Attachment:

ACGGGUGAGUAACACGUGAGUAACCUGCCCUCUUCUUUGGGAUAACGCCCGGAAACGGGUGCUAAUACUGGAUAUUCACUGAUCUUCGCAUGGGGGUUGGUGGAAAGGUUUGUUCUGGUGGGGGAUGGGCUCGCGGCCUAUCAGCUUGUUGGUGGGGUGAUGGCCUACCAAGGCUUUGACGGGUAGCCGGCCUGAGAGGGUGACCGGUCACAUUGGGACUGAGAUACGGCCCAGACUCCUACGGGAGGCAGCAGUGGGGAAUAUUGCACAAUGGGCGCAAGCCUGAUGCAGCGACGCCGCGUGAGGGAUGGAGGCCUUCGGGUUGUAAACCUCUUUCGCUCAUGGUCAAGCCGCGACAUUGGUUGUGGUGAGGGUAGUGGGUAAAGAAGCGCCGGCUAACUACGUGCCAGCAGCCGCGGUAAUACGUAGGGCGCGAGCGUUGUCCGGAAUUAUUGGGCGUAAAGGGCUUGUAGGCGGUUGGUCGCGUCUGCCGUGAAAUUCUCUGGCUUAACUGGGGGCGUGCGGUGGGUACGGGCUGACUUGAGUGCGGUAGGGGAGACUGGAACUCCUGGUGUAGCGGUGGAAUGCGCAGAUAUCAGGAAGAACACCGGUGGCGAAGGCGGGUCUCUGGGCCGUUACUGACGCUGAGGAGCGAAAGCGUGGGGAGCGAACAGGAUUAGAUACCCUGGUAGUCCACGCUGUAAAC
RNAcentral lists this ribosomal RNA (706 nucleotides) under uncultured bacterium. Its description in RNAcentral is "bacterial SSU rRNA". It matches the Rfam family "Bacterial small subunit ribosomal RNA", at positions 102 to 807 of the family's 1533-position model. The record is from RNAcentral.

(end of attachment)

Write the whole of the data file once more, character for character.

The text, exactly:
ACGGGUGAGUAACACGUGAGUAACCUGCCCUCUUCUUUGGGAUAACGCCCGGAAACGGGUGCUAAUACUGGAUAUUCACUGAUCUUCGCAUGGGGGUUGGUGGAAAGGUUUGUUCUGGUGGGGGAUGGGCUCGCGGCCUAUCAGCUUGUUGGUGGGGUGAUGGCCUACCAAGGCUUUGACGGGUAGCCGGCCUGAGAGGGUGACCGGUCACAUUGGGACUGAGAUACGGCCCAGACUCCUACGGGAGGCAGCAGUGGGGAAUAUUGCACAAUGGGCGCAAGCCUGAUGCAGCGACGCCGCGUGAGGGAUGGAGGCCUUCGGGUUGUAAACCUCUUUCGCUCAUGGUCAAGCCGCGACAUUGGUUGUGGUGAGGGUAGUGGGUAAAGAAGCGCCGGCUAACUACGUGCCAGCAGCCGCGGUAAUACGUAGGGCGCGAGCGUUGUCCGGAAUUAUUGGGCGUAAAGGGCUUGUAGGCGGUUGGUCGCGUCUGCCGUGAAAUUCUCUGGCUUAACUGGGGGCGUGCGGUGGGUACGGGCUGACUUGAGUGCGGUAGGGGAGACUGGAACUCCUGGUGUAGCGGUGGAAUGCGCAGAUAUCAGGAAGAACACCGGUGGCGAAGGCGGGUCUCUGGGCCGUUACUGACGCUGAGGAGCGAAAGCGUGGGGAGCGAACAGGAUUAGAUACCCUGGUAGUCCACGCUGUAAAC
RNAcentral lists this ribosomal RNA (706 nucleotides) under uncultured bacterium. Its description in RNAcentral is "bacterial SSU rRNA". It matches the Rfam family "Bacterial small subunit ribosomal RNA", at positions 102 to 807 of the family's 1533-position model. The record is from RNAcentral.